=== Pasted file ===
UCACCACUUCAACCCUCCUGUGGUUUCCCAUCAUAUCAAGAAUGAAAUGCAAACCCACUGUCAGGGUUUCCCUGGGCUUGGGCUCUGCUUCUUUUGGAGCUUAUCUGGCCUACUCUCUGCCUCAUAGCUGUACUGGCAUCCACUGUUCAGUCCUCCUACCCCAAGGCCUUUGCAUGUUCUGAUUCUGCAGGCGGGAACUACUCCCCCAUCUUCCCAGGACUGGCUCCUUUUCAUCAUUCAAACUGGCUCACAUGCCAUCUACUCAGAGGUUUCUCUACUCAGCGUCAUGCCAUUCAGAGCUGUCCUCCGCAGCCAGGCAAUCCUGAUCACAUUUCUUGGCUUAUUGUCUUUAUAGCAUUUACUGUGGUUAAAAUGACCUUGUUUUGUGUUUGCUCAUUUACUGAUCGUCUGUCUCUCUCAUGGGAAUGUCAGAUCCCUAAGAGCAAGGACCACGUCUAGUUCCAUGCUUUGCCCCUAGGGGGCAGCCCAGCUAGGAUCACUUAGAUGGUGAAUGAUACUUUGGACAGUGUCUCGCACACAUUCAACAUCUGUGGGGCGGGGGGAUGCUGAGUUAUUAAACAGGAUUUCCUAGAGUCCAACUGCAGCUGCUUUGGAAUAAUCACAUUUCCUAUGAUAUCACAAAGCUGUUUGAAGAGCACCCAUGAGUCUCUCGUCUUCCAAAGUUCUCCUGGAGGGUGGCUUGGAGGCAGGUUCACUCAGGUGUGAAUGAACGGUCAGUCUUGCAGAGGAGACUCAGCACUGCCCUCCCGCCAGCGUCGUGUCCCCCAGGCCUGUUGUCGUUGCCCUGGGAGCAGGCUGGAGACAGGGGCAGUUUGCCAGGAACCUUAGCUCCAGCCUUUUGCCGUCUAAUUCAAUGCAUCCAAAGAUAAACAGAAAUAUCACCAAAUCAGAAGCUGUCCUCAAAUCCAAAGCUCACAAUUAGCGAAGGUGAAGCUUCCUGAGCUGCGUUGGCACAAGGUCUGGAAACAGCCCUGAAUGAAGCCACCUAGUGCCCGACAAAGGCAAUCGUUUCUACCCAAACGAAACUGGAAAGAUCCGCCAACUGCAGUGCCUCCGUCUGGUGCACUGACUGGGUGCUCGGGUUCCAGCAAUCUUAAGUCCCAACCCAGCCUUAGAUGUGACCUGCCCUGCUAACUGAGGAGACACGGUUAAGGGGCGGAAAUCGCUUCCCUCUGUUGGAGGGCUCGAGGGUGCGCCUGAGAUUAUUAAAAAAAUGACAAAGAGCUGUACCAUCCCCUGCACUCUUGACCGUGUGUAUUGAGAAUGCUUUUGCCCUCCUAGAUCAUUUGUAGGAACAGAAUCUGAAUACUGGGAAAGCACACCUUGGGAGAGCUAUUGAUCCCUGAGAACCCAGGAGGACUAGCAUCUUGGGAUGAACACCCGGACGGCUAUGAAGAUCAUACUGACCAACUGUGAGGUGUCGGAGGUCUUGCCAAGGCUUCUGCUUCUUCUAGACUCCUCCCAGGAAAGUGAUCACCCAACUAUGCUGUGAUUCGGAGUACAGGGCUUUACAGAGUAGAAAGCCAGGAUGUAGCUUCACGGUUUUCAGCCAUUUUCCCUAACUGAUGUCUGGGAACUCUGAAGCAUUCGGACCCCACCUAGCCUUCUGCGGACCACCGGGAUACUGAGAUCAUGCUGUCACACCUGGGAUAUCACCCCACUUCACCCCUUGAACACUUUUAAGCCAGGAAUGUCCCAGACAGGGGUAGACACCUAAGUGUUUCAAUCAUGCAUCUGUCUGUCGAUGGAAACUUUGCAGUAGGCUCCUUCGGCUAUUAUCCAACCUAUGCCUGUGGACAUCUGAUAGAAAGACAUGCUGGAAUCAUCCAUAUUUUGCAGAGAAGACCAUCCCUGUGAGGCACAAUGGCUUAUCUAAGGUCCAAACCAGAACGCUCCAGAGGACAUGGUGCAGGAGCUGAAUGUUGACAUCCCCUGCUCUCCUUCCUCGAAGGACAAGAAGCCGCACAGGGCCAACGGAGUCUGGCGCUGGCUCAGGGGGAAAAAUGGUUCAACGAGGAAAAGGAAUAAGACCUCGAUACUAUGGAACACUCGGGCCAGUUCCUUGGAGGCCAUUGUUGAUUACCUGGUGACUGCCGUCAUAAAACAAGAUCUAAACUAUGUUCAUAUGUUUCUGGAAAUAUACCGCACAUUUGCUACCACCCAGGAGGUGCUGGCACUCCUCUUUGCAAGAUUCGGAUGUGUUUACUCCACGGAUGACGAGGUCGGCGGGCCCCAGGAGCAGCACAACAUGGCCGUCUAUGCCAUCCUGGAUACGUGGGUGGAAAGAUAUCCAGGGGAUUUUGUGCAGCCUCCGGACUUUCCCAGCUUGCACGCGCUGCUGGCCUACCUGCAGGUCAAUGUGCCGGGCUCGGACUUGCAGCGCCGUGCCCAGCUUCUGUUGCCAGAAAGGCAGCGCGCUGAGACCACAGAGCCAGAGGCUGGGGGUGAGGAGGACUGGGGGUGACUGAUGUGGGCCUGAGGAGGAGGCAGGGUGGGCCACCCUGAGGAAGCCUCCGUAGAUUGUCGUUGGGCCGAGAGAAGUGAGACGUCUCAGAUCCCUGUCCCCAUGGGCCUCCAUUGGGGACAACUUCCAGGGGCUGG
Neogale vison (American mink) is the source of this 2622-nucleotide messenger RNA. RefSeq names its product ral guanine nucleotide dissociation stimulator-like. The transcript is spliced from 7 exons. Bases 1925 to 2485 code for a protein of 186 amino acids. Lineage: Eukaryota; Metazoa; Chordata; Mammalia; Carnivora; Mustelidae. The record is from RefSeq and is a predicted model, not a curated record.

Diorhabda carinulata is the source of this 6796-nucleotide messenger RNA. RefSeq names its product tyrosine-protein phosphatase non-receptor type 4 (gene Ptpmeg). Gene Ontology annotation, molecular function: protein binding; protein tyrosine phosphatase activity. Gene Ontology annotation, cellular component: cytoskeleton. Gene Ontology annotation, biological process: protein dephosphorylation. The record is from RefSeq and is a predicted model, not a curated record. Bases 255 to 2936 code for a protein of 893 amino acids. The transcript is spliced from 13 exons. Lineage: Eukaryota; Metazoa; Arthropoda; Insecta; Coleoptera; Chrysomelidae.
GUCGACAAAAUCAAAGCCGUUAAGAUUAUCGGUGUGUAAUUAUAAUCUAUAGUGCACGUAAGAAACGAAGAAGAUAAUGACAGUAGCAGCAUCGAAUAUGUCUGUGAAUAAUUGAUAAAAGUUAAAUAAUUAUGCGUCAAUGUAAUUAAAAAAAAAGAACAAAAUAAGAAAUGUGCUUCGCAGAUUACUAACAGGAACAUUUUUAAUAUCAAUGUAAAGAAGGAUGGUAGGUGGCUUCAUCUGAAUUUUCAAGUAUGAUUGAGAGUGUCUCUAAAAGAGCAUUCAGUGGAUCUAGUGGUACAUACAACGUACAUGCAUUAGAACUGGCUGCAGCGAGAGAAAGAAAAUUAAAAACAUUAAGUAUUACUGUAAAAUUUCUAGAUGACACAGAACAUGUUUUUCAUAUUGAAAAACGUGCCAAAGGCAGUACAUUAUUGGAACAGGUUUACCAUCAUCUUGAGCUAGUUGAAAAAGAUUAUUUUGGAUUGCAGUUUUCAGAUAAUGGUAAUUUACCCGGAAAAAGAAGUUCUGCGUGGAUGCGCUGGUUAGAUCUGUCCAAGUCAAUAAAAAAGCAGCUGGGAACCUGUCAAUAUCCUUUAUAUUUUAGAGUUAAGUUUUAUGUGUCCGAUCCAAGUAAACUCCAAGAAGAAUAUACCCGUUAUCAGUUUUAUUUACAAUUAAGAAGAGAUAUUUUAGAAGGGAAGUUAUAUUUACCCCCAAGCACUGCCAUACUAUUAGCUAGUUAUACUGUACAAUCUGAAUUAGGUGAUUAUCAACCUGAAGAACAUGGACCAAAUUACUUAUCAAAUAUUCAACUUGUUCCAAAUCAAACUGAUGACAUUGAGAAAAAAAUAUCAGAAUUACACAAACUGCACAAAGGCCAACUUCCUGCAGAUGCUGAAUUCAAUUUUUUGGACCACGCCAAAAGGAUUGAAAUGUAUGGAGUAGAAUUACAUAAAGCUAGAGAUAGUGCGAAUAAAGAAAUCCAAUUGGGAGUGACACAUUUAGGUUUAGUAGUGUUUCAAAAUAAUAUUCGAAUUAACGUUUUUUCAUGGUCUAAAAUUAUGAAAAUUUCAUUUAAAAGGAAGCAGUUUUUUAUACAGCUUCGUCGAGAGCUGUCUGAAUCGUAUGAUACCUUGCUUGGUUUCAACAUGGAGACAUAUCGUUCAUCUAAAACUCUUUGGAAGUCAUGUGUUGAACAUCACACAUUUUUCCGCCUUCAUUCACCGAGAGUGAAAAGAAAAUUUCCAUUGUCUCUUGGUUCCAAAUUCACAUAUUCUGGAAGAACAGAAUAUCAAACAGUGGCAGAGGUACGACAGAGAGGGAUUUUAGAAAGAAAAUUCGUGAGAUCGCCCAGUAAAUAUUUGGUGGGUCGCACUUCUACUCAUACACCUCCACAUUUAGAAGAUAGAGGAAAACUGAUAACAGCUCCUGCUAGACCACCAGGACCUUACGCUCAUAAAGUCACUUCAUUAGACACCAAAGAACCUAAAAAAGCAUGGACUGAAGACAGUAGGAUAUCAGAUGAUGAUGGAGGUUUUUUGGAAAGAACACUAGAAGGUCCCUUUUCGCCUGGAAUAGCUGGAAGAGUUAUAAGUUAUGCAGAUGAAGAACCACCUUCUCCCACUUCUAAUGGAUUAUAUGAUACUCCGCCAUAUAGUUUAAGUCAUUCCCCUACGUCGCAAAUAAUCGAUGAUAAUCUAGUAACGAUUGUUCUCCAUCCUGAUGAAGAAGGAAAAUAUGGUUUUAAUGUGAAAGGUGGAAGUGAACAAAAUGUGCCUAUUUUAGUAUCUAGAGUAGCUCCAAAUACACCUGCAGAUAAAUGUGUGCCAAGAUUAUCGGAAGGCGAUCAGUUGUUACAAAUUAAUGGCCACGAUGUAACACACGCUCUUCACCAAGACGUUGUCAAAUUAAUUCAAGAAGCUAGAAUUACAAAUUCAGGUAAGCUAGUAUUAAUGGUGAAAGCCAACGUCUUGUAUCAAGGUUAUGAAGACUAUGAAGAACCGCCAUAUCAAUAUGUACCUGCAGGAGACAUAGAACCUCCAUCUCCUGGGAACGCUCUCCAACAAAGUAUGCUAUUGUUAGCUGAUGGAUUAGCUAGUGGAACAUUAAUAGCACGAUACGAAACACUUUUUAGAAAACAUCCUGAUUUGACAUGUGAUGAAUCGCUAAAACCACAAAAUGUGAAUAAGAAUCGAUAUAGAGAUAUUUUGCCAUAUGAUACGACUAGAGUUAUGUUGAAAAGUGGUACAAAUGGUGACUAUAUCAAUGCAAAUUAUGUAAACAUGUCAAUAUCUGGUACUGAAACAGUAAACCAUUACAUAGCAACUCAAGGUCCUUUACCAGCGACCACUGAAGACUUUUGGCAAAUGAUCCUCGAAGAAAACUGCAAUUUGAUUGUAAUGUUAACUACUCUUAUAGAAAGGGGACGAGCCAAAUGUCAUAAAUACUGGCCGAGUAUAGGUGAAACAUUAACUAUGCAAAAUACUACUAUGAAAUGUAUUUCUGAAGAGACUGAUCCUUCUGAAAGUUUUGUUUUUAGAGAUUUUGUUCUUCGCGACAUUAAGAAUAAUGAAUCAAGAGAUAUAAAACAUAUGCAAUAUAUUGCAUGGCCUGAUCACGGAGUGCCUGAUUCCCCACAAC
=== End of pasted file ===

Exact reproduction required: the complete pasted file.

UCACCACUUCAACCCUCCUGUGGUUUCCCAUCAUAUCAAGAAUGAAAUGCAAACCCACUGUCAGGGUUUCCCUGGGCUUGGGCUCUGCUUCUUUUGGAGCUUAUCUGGCCUACUCUCUGCCUCAUAGCUGUACUGGCAUCCACUGUUCAGUCCUCCUACCCCAAGGCCUUUGCAUGUUCUGAUUCUGCAGGCGGGAACUACUCCCCCAUCUUCCCAGGACUGGCUCCUUUUCAUCAUUCAAACUGGCUCACAUGCCAUCUACUCAGAGGUUUCUCUACUCAGCGUCAUGCCAUUCAGAGCUGUCCUCCGCAGCCAGGCAAUCCUGAUCACAUUUCUUGGCUUAUUGUCUUUAUAGCAUUUACUGUGGUUAAAAUGACCUUGUUUUGUGUUUGCUCAUUUACUGAUCGUCUGUCUCUCUCAUGGGAAUGUCAGAUCCCUAAGAGCAAGGACCACGUCUAGUUCCAUGCUUUGCCCCUAGGGGGCAGCCCAGCUAGGAUCACUUAGAUGGUGAAUGAUACUUUGGACAGUGUCUCGCACACAUUCAACAUCUGUGGGGCGGGGGGAUGCUGAGUUAUUAAACAGGAUUUCCUAGAGUCCAACUGCAGCUGCUUUGGAAUAAUCACAUUUCCUAUGAUAUCACAAAGCUGUUUGAAGAGCACCCAUGAGUCUCUCGUCUUCCAAAGUUCUCCUGGAGGGUGGCUUGGAGGCAGGUUCACUCAGGUGUGAAUGAACGGUCAGUCUUGCAGAGGAGACUCAGCACUGCCCUCCCGCCAGCGUCGUGUCCCCCAGGCCUGUUGUCGUUGCCCUGGGAGCAGGCUGGAGACAGGGGCAGUUUGCCAGGAACCUUAGCUCCAGCCUUUUGCCGUCUAAUUCAAUGCAUCCAAAGAUAAACAGAAAUAUCACCAAAUCAGAAGCUGUCCUCAAAUCCAAAGCUCACAAUUAGCGAAGGUGAAGCUUCCUGAGCUGCGUUGGCACAAGGUCUGGAAACAGCCCUGAAUGAAGCCACCUAGUGCCCGACAAAGGCAAUCGUUUCUACCCAAACGAAACUGGAAAGAUCCGCCAACUGCAGUGCCUCCGUCUGGUGCACUGACUGGGUGCUCGGGUUCCAGCAAUCUUAAGUCCCAACCCAGCCUUAGAUGUGACCUGCCCUGCUAACUGAGGAGACACGGUUAAGGGGCGGAAAUCGCUUCCCUCUGUUGGAGGGCUCGAGGGUGCGCCUGAGAUUAUUAAAAAAAUGACAAAGAGCUGUACCAUCCCCUGCACUCUUGACCGUGUGUAUUGAGAAUGCUUUUGCCCUCCUAGAUCAUUUGUAGGAACAGAAUCUGAAUACUGGGAAAGCACACCUUGGGAGAGCUAUUGAUCCCUGAGAACCCAGGAGGACUAGCAUCUUGGGAUGAACACCCGGACGGCUAUGAAGAUCAUACUGACCAACUGUGAGGUGUCGGAGGUCUUGCCAAGGCUUCUGCUUCUUCUAGACUCCUCCCAGGAAAGUGAUCACCCAACUAUGCUGUGAUUCGGAGUACAGGGCUUUACAGAGUAGAAAGCCAGGAUGUAGCUUCACGGUUUUCAGCCAUUUUCCCUAACUGAUGUCUGGGAACUCUGAAGCAUUCGGACCCCACCUAGCCUUCUGCGGACCACCGGGAUACUGAGAUCAUGCUGUCACACCUGGGAUAUCACCCCACUUCACCCCUUGAACACUUUUAAGCCAGGAAUGUCCCAGACAGGGGUAGACACCUAAGUGUUUCAAUCAUGCAUCUGUCUGUCGAUGGAAACUUUGCAGUAGGCUCCUUCGGCUAUUAUCCAACCUAUGCCUGUGGACAUCUGAUAGAAAGACAUGCUGGAAUCAUCCAUAUUUUGCAGAGAAGACCAUCCCUGUGAGGCACAAUGGCUUAUCUAAGGUCCAAACCAGAACGCUCCAGAGGACAUGGUGCAGGAGCUGAAUGUUGACAUCCCCUGCUCUCCUUCCUCGAAGGACAAGAAGCCGCACAGGGCCAACGGAGUCUGGCGCUGGCUCAGGGGGAAAAAUGGUUCAACGAGGAAAAGGAAUAAGACCUCGAUACUAUGGAACACUCGGGCCAGUUCCUUGGAGGCCAUUGUUGAUUACCUGGUGACUGCCGUCAUAAAACAAGAUCUAAACUAUGUUCAUAUGUUUCUGGAAAUAUACCGCACAUUUGCUACCACCCAGGAGGUGCUGGCACUCCUCUUUGCAAGAUUCGGAUGUGUUUACUCCACGGAUGACGAGGUCGGCGGGCCCCAGGAGCAGCACAACAUGGCCGUCUAUGCCAUCCUGGAUACGUGGGUGGAAAGAUAUCCAGGGGAUUUUGUGCAGCCUCCGGACUUUCCCAGCUUGCACGCGCUGCUGGCCUACCUGCAGGUCAAUGUGCCGGGCUCGGACUUGCAGCGCCGUGCCCAGCUUCUGUUGCCAGAAAGGCAGCGCGCUGAGACCACAGAGCCAGAGGCUGGGGGUGAGGAGGACUGGGGGUGACUGAUGUGGGCCUGAGGAGGAGGCAGGGUGGGCCACCCUGAGGAAGCCUCCGUAGAUUGUCGUUGGGCCGAGAGAAGUGAGACGUCUCAGAUCCCUGUCCCCAUGGGCCUCCAUUGGGGACAACUUCCAGGGGCUGG
Neogale vison (American mink) is the source of this 2622-nucleotide messenger RNA. RefSeq names its product ral guanine nucleotide dissociation stimulator-like. The transcript is spliced from 7 exons. Bases 1925 to 2485 code for a protein of 186 amino acids. Lineage: Eukaryota; Metazoa; Chordata; Mammalia; Carnivora; Mustelidae. The record is from RefSeq and is a predicted model, not a curated record.

Diorhabda carinulata is the source of this 6796-nucleotide messenger RNA. RefSeq names its product tyrosine-protein phosphatase non-receptor type 4 (gene Ptpmeg). Gene Ontology annotation, molecular function: protein binding; protein tyrosine phosphatase activity. Gene Ontology annotation, cellular component: cytoskeleton. Gene Ontology annotation, biological process: protein dephosphorylation. The record is from RefSeq and is a predicted model, not a curated record. Bases 255 to 2936 code for a protein of 893 amino acids. The transcript is spliced from 13 exons. Lineage: Eukaryota; Metazoa; Arthropoda; Insecta; Coleoptera; Chrysomelidae.
GUCGACAAAAUCAAAGCCGUUAAGAUUAUCGGUGUGUAAUUAUAAUCUAUAGUGCACGUAAGAAACGAAGAAGAUAAUGACAGUAGCAGCAUCGAAUAUGUCUGUGAAUAAUUGAUAAAAGUUAAAUAAUUAUGCGUCAAUGUAAUUAAAAAAAAAGAACAAAAUAAGAAAUGUGCUUCGCAGAUUACUAACAGGAACAUUUUUAAUAUCAAUGUAAAGAAGGAUGGUAGGUGGCUUCAUCUGAAUUUUCAAGUAUGAUUGAGAGUGUCUCUAAAAGAGCAUUCAGUGGAUCUAGUGGUACAUACAACGUACAUGCAUUAGAACUGGCUGCAGCGAGAGAAAGAAAAUUAAAAACAUUAAGUAUUACUGUAAAAUUUCUAGAUGACACAGAACAUGUUUUUCAUAUUGAAAAACGUGCCAAAGGCAGUACAUUAUUGGAACAGGUUUACCAUCAUCUUGAGCUAGUUGAAAAAGAUUAUUUUGGAUUGCAGUUUUCAGAUAAUGGUAAUUUACCCGGAAAAAGAAGUUCUGCGUGGAUGCGCUGGUUAGAUCUGUCCAAGUCAAUAAAAAAGCAGCUGGGAACCUGUCAAUAUCCUUUAUAUUUUAGAGUUAAGUUUUAUGUGUCCGAUCCAAGUAAACUCCAAGAAGAAUAUACCCGUUAUCAGUUUUAUUUACAAUUAAGAAGAGAUAUUUUAGAAGGGAAGUUAUAUUUACCCCCAAGCACUGCCAUACUAUUAGCUAGUUAUACUGUACAAUCUGAAUUAGGUGAUUAUCAACCUGAAGAACAUGGACCAAAUUACUUAUCAAAUAUUCAACUUGUUCCAAAUCAAACUGAUGACAUUGAGAAAAAAAUAUCAGAAUUACACAAACUGCACAAAGGCCAACUUCCUGCAGAUGCUGAAUUCAAUUUUUUGGACCACGCCAAAAGGAUUGAAAUGUAUGGAGUAGAAUUACAUAAAGCUAGAGAUAGUGCGAAUAAAGAAAUCCAAUUGGGAGUGACACAUUUAGGUUUAGUAGUGUUUCAAAAUAAUAUUCGAAUUAACGUUUUUUCAUGGUCUAAAAUUAUGAAAAUUUCAUUUAAAAGGAAGCAGUUUUUUAUACAGCUUCGUCGAGAGCUGUCUGAAUCGUAUGAUACCUUGCUUGGUUUCAACAUGGAGACAUAUCGUUCAUCUAAAACUCUUUGGAAGUCAUGUGUUGAACAUCACACAUUUUUCCGCCUUCAUUCACCGAGAGUGAAAAGAAAAUUUCCAUUGUCUCUUGGUUCCAAAUUCACAUAUUCUGGAAGAACAGAAUAUCAAACAGUGGCAGAGGUACGACAGAGAGGGAUUUUAGAAAGAAAAUUCGUGAGAUCGCCCAGUAAAUAUUUGGUGGGUCGCACUUCUACUCAUACACCUCCACAUUUAGAAGAUAGAGGAAAACUGAUAACAGCUCCUGCUAGACCACCAGGACCUUACGCUCAUAAAGUCACUUCAUUAGACACCAAAGAACCUAAAAAAGCAUGGACUGAAGACAGUAGGAUAUCAGAUGAUGAUGGAGGUUUUUUGGAAAGAACACUAGAAGGUCCCUUUUCGCCUGGAAUAGCUGGAAGAGUUAUAAGUUAUGCAGAUGAAGAACCACCUUCUCCCACUUCUAAUGGAUUAUAUGAUACUCCGCCAUAUAGUUUAAGUCAUUCCCCUACGUCGCAAAUAAUCGAUGAUAAUCUAGUAACGAUUGUUCUCCAUCCUGAUGAAGAAGGAAAAUAUGGUUUUAAUGUGAAAGGUGGAAGUGAACAAAAUGUGCCUAUUUUAGUAUCUAGAGUAGCUCCAAAUACACCUGCAGAUAAAUGUGUGCCAAGAUUAUCGGAAGGCGAUCAGUUGUUACAAAUUAAUGGCCACGAUGUAACACACGCUCUUCACCAAGACGUUGUCAAAUUAAUUCAAGAAGCUAGAAUUACAAAUUCAGGUAAGCUAGUAUUAAUGGUGAAAGCCAACGUCUUGUAUCAAGGUUAUGAAGACUAUGAAGAACCGCCAUAUCAAUAUGUACCUGCAGGAGACAUAGAACCUCCAUCUCCUGGGAACGCUCUCCAACAAAGUAUGCUAUUGUUAGCUGAUGGAUUAGCUAGUGGAACAUUAAUAGCACGAUACGAAACACUUUUUAGAAAACAUCCUGAUUUGACAUGUGAUGAAUCGCUAAAACCACAAAAUGUGAAUAAGAAUCGAUAUAGAGAUAUUUUGCCAUAUGAUACGACUAGAGUUAUGUUGAAAAGUGGUACAAAUGGUGACUAUAUCAAUGCAAAUUAUGUAAACAUGUCAAUAUCUGGUACUGAAACAGUAAACCAUUACAUAGCAACUCAAGGUCCUUUACCAGCGACCACUGAAGACUUUUGGCAAAUGAUCCUCGAAGAAAACUGCAAUUUGAUUGUAAUGUUAACUACUCUUAUAGAAAGGGGACGAGCCAAAUGUCAUAAAUACUGGCCGAGUAUAGGUGAAACAUUAACUAUGCAAAAUACUACUAUGAAAUGUAUUUCUGAAGAGACUGAUCCUUCUGAAAGUUUUGUUUUUAGAGAUUUUGUUCUUCGCGACAUUAAGAAUAAUGAAUCAAGAGAUAUAAAACAUAUGCAAUAUAUUGCAUGGCCUGAUCACGGAGUGCCUGAUUCCCCACAAC